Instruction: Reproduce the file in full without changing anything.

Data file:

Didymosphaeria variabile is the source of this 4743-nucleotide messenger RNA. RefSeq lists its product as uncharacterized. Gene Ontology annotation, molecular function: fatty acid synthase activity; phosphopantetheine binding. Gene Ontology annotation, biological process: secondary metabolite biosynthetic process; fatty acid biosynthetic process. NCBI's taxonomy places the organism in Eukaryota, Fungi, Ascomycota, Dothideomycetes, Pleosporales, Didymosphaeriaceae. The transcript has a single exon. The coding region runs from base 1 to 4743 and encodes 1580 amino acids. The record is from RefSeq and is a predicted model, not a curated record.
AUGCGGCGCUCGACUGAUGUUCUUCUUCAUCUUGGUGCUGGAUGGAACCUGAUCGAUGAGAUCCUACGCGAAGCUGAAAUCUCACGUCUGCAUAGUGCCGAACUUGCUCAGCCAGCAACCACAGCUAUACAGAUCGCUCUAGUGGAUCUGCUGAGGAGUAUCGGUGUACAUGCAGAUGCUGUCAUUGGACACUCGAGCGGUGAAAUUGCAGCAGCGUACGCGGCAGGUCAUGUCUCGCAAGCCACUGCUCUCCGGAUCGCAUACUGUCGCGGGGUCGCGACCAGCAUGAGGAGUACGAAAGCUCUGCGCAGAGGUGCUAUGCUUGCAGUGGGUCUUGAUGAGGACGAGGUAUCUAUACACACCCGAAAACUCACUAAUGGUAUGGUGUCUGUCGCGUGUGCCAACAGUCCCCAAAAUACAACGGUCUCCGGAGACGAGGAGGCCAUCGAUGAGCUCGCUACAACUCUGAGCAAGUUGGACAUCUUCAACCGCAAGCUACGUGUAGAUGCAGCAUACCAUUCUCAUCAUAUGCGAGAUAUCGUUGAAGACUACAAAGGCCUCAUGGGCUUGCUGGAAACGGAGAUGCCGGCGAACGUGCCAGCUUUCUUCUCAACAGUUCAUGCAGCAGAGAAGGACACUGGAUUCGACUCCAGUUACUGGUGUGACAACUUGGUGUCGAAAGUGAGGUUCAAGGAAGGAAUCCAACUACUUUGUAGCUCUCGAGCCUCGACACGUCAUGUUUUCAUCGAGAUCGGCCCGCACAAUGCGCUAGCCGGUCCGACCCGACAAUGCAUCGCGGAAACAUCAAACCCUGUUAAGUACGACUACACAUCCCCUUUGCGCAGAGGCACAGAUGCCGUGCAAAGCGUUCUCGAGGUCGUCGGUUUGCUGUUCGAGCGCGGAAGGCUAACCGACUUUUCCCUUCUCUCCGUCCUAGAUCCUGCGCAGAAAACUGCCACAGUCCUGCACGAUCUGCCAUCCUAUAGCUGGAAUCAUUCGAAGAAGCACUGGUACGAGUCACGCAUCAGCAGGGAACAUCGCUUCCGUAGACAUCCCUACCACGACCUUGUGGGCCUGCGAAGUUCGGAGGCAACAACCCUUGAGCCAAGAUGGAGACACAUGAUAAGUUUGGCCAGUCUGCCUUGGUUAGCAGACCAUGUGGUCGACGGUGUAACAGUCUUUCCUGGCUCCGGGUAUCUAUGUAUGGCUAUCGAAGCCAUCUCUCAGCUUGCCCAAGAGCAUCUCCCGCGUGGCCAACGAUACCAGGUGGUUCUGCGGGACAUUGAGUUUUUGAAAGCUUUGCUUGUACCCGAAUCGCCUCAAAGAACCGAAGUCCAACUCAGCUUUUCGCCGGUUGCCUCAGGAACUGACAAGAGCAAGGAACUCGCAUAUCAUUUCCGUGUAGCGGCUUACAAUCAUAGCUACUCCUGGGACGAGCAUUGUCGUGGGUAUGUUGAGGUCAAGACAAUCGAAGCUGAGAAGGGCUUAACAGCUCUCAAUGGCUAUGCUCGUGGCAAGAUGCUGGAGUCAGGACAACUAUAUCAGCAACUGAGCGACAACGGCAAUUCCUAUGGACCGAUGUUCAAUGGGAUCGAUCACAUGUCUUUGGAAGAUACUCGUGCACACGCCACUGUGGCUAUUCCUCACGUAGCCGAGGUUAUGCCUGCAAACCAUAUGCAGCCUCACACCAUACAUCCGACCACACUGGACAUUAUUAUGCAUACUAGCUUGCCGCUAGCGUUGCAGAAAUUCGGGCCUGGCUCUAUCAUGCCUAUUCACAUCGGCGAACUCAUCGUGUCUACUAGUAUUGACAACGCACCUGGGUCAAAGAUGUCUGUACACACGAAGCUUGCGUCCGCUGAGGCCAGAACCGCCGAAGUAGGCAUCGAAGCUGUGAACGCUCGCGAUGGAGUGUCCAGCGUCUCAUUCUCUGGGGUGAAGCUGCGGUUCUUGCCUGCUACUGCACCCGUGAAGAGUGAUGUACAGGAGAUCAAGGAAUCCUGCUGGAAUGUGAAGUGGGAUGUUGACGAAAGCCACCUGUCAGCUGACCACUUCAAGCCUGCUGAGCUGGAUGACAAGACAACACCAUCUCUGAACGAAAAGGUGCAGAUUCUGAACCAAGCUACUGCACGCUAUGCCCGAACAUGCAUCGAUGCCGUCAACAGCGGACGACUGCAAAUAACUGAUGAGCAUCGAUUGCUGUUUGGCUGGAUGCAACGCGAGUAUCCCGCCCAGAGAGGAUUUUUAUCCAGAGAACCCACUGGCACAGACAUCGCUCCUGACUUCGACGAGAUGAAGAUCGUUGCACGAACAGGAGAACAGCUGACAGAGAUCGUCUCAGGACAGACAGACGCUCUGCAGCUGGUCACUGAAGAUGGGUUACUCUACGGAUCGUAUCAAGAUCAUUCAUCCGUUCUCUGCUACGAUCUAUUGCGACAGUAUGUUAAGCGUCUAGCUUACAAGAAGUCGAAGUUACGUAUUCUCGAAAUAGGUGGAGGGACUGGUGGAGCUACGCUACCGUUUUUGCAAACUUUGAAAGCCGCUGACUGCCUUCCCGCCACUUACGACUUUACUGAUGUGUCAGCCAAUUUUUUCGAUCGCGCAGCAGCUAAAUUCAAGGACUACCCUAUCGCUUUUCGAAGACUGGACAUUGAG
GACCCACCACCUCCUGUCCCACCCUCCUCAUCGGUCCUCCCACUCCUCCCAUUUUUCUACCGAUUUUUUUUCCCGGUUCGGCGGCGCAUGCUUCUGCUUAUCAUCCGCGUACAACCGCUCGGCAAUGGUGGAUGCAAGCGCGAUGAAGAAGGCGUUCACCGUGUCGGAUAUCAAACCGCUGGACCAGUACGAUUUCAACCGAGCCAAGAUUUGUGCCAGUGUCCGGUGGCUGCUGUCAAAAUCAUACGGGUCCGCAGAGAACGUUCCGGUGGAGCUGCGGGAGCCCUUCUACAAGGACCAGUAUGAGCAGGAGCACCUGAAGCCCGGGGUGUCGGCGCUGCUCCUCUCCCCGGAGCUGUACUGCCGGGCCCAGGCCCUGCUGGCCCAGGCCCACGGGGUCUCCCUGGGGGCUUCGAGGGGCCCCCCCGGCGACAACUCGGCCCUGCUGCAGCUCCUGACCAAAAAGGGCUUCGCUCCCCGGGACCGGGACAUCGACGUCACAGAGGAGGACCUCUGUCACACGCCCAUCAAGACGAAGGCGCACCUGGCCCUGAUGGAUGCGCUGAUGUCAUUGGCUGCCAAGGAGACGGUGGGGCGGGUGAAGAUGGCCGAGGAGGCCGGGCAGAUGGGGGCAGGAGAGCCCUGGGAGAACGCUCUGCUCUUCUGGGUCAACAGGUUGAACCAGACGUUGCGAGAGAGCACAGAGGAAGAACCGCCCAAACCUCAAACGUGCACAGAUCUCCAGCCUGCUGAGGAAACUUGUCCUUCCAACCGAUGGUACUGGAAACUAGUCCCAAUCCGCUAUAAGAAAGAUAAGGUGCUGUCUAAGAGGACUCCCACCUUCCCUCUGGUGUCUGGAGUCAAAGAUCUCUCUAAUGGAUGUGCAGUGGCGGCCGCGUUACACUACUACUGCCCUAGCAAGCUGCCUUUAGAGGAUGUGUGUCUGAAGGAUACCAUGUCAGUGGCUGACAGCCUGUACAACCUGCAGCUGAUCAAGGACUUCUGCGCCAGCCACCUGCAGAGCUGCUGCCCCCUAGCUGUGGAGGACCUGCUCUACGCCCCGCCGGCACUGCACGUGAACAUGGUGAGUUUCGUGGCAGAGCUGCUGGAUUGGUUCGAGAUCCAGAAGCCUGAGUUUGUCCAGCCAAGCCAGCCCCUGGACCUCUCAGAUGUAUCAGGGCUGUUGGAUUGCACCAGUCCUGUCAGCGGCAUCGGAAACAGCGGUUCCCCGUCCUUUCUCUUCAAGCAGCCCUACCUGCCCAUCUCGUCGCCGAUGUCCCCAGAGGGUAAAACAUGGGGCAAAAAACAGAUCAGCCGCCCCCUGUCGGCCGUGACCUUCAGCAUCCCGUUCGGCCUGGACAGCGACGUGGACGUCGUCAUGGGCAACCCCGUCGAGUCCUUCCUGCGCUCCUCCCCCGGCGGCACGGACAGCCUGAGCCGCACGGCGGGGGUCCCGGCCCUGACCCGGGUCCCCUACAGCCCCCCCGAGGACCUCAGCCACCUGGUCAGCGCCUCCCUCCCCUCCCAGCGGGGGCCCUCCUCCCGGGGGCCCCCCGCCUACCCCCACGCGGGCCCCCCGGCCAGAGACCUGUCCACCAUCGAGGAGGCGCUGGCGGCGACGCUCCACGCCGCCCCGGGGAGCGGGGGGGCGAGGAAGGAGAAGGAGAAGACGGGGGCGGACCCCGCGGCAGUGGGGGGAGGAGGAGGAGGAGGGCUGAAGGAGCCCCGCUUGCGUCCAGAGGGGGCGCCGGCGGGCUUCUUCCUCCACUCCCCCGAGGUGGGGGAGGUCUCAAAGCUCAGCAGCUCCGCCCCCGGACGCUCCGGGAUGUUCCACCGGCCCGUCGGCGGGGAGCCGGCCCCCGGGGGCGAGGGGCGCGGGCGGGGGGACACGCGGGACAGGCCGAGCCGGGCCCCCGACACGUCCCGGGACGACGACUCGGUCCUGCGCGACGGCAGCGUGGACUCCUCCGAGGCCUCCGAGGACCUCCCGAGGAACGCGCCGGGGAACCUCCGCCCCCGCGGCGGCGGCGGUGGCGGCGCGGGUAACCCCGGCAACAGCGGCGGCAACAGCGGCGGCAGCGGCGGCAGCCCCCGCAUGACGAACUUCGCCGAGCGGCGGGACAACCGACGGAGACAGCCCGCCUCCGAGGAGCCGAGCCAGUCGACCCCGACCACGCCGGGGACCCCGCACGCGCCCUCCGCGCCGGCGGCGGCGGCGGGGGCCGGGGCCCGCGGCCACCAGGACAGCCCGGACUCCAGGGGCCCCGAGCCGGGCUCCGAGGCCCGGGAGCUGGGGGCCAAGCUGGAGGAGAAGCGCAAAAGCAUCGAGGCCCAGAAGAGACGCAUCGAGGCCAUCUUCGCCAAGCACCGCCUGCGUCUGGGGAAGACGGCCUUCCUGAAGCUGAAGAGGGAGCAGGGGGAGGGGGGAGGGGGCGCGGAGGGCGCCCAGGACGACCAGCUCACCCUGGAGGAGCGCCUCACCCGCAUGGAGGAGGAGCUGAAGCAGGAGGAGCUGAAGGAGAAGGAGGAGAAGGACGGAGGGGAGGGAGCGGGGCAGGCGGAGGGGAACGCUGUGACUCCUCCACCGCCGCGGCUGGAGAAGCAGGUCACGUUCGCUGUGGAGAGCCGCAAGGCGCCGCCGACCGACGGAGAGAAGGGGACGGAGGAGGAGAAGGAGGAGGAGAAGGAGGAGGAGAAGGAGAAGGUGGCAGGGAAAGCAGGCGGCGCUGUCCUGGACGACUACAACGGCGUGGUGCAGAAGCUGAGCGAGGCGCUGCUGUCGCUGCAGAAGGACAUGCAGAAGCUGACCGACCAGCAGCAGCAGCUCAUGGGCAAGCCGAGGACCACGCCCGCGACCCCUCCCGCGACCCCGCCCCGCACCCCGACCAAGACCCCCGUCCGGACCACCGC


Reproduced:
Didymosphaeria variabile is the source of this 4743-nucleotide messenger RNA. RefSeq lists its product as uncharacterized. Gene Ontology annotation, molecular function: fatty acid synthase activity; phosphopantetheine binding. Gene Ontology annotation, biological process: secondary metabolite biosynthetic process; fatty acid biosynthetic process. NCBI's taxonomy places the organism in Eukaryota, Fungi, Ascomycota, Dothideomycetes, Pleosporales, Didymosphaeriaceae. The transcript has a single exon. The coding region runs from base 1 to 4743 and encodes 1580 amino acids. The record is from RefSeq and is a predicted model, not a curated record.
AUGCGGCGCUCGACUGAUGUUCUUCUUCAUCUUGGUGCUGGAUGGAACCUGAUCGAUGAGAUCCUACGCGAAGCUGAAAUCUCACGUCUGCAUAGUGCCGAACUUGCUCAGCCAGCAACCACAGCUAUACAGAUCGCUCUAGUGGAUCUGCUGAGGAGUAUCGGUGUACAUGCAGAUGCUGUCAUUGGACACUCGAGCGGUGAAAUUGCAGCAGCGUACGCGGCAGGUCAUGUCUCGCAAGCCACUGCUCUCCGGAUCGCAUACUGUCGCGGGGUCGCGACCAGCAUGAGGAGUACGAAAGCUCUGCGCAGAGGUGCUAUGCUUGCAGUGGGUCUUGAUGAGGACGAGGUAUCUAUACACACCCGAAAACUCACUAAUGGUAUGGUGUCUGUCGCGUGUGCCAACAGUCCCCAAAAUACAACGGUCUCCGGAGACGAGGAGGCCAUCGAUGAGCUCGCUACAACUCUGAGCAAGUUGGACAUCUUCAACCGCAAGCUACGUGUAGAUGCAGCAUACCAUUCUCAUCAUAUGCGAGAUAUCGUUGAAGACUACAAAGGCCUCAUGGGCUUGCUGGAAACGGAGAUGCCGGCGAACGUGCCAGCUUUCUUCUCAACAGUUCAUGCAGCAGAGAAGGACACUGGAUUCGACUCCAGUUACUGGUGUGACAACUUGGUGUCGAAAGUGAGGUUCAAGGAAGGAAUCCAACUACUUUGUAGCUCUCGAGCCUCGACACGUCAUGUUUUCAUCGAGAUCGGCCCGCACAAUGCGCUAGCCGGUCCGACCCGACAAUGCAUCGCGGAAACAUCAAACCCUGUUAAGUACGACUACACAUCCCCUUUGCGCAGAGGCACAGAUGCCGUGCAAAGCGUUCUCGAGGUCGUCGGUUUGCUGUUCGAGCGCGGAAGGCUAACCGACUUUUCCCUUCUCUCCGUCCUAGAUCCUGCGCAGAAAACUGCCACAGUCCUGCACGAUCUGCCAUCCUAUAGCUGGAAUCAUUCGAAGAAGCACUGGUACGAGUCACGCAUCAGCAGGGAACAUCGCUUCCGUAGACAUCCCUACCACGACCUUGUGGGCCUGCGAAGUUCGGAGGCAACAACCCUUGAGCCAAGAUGGAGACACAUGAUAAGUUUGGCCAGUCUGCCUUGGUUAGCAGACCAUGUGGUCGACGGUGUAACAGUCUUUCCUGGCUCCGGGUAUCUAUGUAUGGCUAUCGAAGCCAUCUCUCAGCUUGCCCAAGAGCAUCUCCCGCGUGGCCAACGAUACCAGGUGGUUCUGCGGGACAUUGAGUUUUUGAAAGCUUUGCUUGUACCCGAAUCGCCUCAAAGAACCGAAGUCCAACUCAGCUUUUCGCCGGUUGCCUCAGGAACUGACAAGAGCAAGGAACUCGCAUAUCAUUUCCGUGUAGCGGCUUACAAUCAUAGCUACUCCUGGGACGAGCAUUGUCGUGGGUAUGUUGAGGUCAAGACAAUCGAAGCUGAGAAGGGCUUAACAGCUCUCAAUGGCUAUGCUCGUGGCAAGAUGCUGGAGUCAGGACAACUAUAUCAGCAACUGAGCGACAACGGCAAUUCCUAUGGACCGAUGUUCAAUGGGAUCGAUCACAUGUCUUUGGAAGAUACUCGUGCACACGCCACUGUGGCUAUUCCUCACGUAGCCGAGGUUAUGCCUGCAAACCAUAUGCAGCCUCACACCAUACAUCCGACCACACUGGACAUUAUUAUGCAUACUAGCUUGCCGCUAGCGUUGCAGAAAUUCGGGCCUGGCUCUAUCAUGCCUAUUCACAUCGGCGAACUCAUCGUGUCUACUAGUAUUGACAACGCACCUGGGUCAAAGAUGUCUGUACACACGAAGCUUGCGUCCGCUGAGGCCAGAACCGCCGAAGUAGGCAUCGAAGCUGUGAACGCUCGCGAUGGAGUGUCCAGCGUCUCAUUCUCUGGGGUGAAGCUGCGGUUCUUGCCUGCUACUGCACCCGUGAAGAGUGAUGUACAGGAGAUCAAGGAAUCCUGCUGGAAUGUGAAGUGGGAUGUUGACGAAAGCCACCUGUCAGCUGACCACUUCAAGCCUGCUGAGCUGGAUGACAAGACAACACCAUCUCUGAACGAAAAGGUGCAGAUUCUGAACCAAGCUACUGCACGCUAUGCCCGAACAUGCAUCGAUGCCGUCAACAGCGGACGACUGCAAAUAACUGAUGAGCAUCGAUUGCUGUUUGGCUGGAUGCAACGCGAGUAUCCCGCCCAGAGAGGAUUUUUAUCCAGAGAACCCACUGGCACAGACAUCGCUCCUGACUUCGACGAGAUGAAGAUCGUUGCACGAACAGGAGAACAGCUGACAGAGAUCGUCUCAGGACAGACAGACGCUCUGCAGCUGGUCACUGAAGAUGGGUUACUCUACGGAUCGUAUCAAGAUCAUUCAUCCGUUCUCUGCUACGAUCUAUUGCGACAGUAUGUUAAGCGUCUAGCUUACAAGAAGUCGAAGUUACGUAUUCUCGAAAUAGGUGGAGGGACUGGUGGAGCUACGCUACCGUUUUUGCAAACUUUGAAAGCCGCUGACUGCCUUCCCGCCACUUACGACUUUACUGAUGUGUCAGCCAAUUUUUUCGAUCGCGCAGCAGCUAAAUUCAAGGACUACCCUAUCGCUUUUCGAAGACUGGACAUUGAG
GACCCACCACCUCCUGUCCCACCCUCCUCAUCGGUCCUCCCACUCCUCCCAUUUUUCUACCGAUUUUUUUUCCCGGUUCGGCGGCGCAUGCUUCUGCUUAUCAUCCGCGUACAACCGCUCGGCAAUGGUGGAUGCAAGCGCGAUGAAGAAGGCGUUCACCGUGUCGGAUAUCAAACCGCUGGACCAGUACGAUUUCAACCGAGCCAAGAUUUGUGCCAGUGUCCGGUGGCUGCUGUCAAAAUCAUACGGGUCCGCAGAGAACGUUCCGGUGGAGCUGCGGGAGCCCUUCUACAAGGACCAGUAUGAGCAGGAGCACCUGAAGCCCGGGGUGUCGGCGCUGCUCCUCUCCCCGGAGCUGUACUGCCGGGCCCAGGCCCUGCUGGCCCAGGCCCACGGGGUCUCCCUGGGGGCUUCGAGGGGCCCCCCCGGCGACAACUCGGCCCUGCUGCAGCUCCUGACCAAAAAGGGCUUCGCUCCCCGGGACCGGGACAUCGACGUCACAGAGGAGGACCUCUGUCACACGCCCAUCAAGACGAAGGCGCACCUGGCCCUGAUGGAUGCGCUGAUGUCAUUGGCUGCCAAGGAGACGGUGGGGCGGGUGAAGAUGGCCGAGGAGGCCGGGCAGAUGGGGGCAGGAGAGCCCUGGGAGAACGCUCUGCUCUUCUGGGUCAACAGGUUGAACCAGACGUUGCGAGAGAGCACAGAGGAAGAACCGCCCAAACCUCAAACGUGCACAGAUCUCCAGCCUGCUGAGGAAACUUGUCCUUCCAACCGAUGGUACUGGAAACUAGUCCCAAUCCGCUAUAAGAAAGAUAAGGUGCUGUCUAAGAGGACUCCCACCUUCCCUCUGGUGUCUGGAGUCAAAGAUCUCUCUAAUGGAUGUGCAGUGGCGGCCGCGUUACACUACUACUGCCCUAGCAAGCUGCCUUUAGAGGAUGUGUGUCUGAAGGAUACCAUGUCAGUGGCUGACAGCCUGUACAACCUGCAGCUGAUCAAGGACUUCUGCGCCAGCCACCUGCAGAGCUGCUGCCCCCUAGCUGUGGAGGACCUGCUCUACGCCCCGCCGGCACUGCACGUGAACAUGGUGAGUUUCGUGGCAGAGCUGCUGGAUUGGUUCGAGAUCCAGAAGCCUGAGUUUGUCCAGCCAAGCCAGCCCCUGGACCUCUCAGAUGUAUCAGGGCUGUUGGAUUGCACCAGUCCUGUCAGCGGCAUCGGAAACAGCGGUUCCCCGUCCUUUCUCUUCAAGCAGCCCUACCUGCCCAUCUCGUCGCCGAUGUCCCCAGAGGGUAAAACAUGGGGCAAAAAACAGAUCAGCCGCCCCCUGUCGGCCGUGACCUUCAGCAUCCCGUUCGGCCUGGACAGCGACGUGGACGUCGUCAUGGGCAACCCCGUCGAGUCCUUCCUGCGCUCCUCCCCCGGCGGCACGGACAGCCUGAGCCGCACGGCGGGGGUCCCGGCCCUGACCCGGGUCCCCUACAGCCCCCCCGAGGACCUCAGCCACCUGGUCAGCGCCUCCCUCCCCUCCCAGCGGGGGCCCUCCUCCCGGGGGCCCCCCGCCUACCCCCACGCGGGCCCCCCGGCCAGAGACCUGUCCACCAUCGAGGAGGCGCUGGCGGCGACGCUCCACGCCGCCCCGGGGAGCGGGGGGGCGAGGAAGGAGAAGGAGAAGACGGGGGCGGACCCCGCGGCAGUGGGGGGAGGAGGAGGAGGAGGGCUGAAGGAGCCCCGCUUGCGUCCAGAGGGGGCGCCGGCGGGCUUCUUCCUCCACUCCCCCGAGGUGGGGGAGGUCUCAAAGCUCAGCAGCUCCGCCCCCGGACGCUCCGGGAUGUUCCACCGGCCCGUCGGCGGGGAGCCGGCCCCCGGGGGCGAGGGGCGCGGGCGGGGGGACACGCGGGACAGGCCGAGCCGGGCCCCCGACACGUCCCGGGACGACGACUCGGUCCUGCGCGACGGCAGCGUGGACUCCUCCGAGGCCUCCGAGGACCUCCCGAGGAACGCGCCGGGGAACCUCCGCCCCCGCGGCGGCGGCGGUGGCGGCGCGGGUAACCCCGGCAACAGCGGCGGCAACAGCGGCGGCAGCGGCGGCAGCCCCCGCAUGACGAACUUCGCCGAGCGGCGGGACAACCGACGGAGACAGCCCGCCUCCGAGGAGCCGAGCCAGUCGACCCCGACCACGCCGGGGACCCCGCACGCGCCCUCCGCGCCGGCGGCGGCGGCGGGGGCCGGGGCCCGCGGCCACCAGGACAGCCCGGACUCCAGGGGCCCCGAGCCGGGCUCCGAGGCCCGGGAGCUGGGGGCCAAGCUGGAGGAGAAGCGCAAAAGCAUCGAGGCCCAGAAGAGACGCAUCGAGGCCAUCUUCGCCAAGCACCGCCUGCGUCUGGGGAAGACGGCCUUCCUGAAGCUGAAGAGGGAGCAGGGGGAGGGGGGAGGGGGCGCGGAGGGCGCCCAGGACGACCAGCUCACCCUGGAGGAGCGCCUCACCCGCAUGGAGGAGGAGCUGAAGCAGGAGGAGCUGAAGGAGAAGGAGGAGAAGGACGGAGGGGAGGGAGCGGGGCAGGCGGAGGGGAACGCUGUGACUCCUCCACCGCCGCGGCUGGAGAAGCAGGUCACGUUCGCUGUGGAGAGCCGCAAGGCGCCGCCGACCGACGGAGAGAAGGGGACGGAGGAGGAGAAGGAGGAGGAGAAGGAGGAGGAGAAGGAGAAGGUGGCAGGGAAAGCAGGCGGCGCUGUCCUGGACGACUACAACGGCGUGGUGCAGAAGCUGAGCGAGGCGCUGCUGUCGCUGCAGAAGGACAUGCAGAAGCUGACCGACCAGCAGCAGCAGCUCAUGGGCAAGCCGAGGACCACGCCCGCGACCCCUCCCGCGACCCCGCCCCGCACCCCGACCAAGACCCCCGUCCGGACCACCGC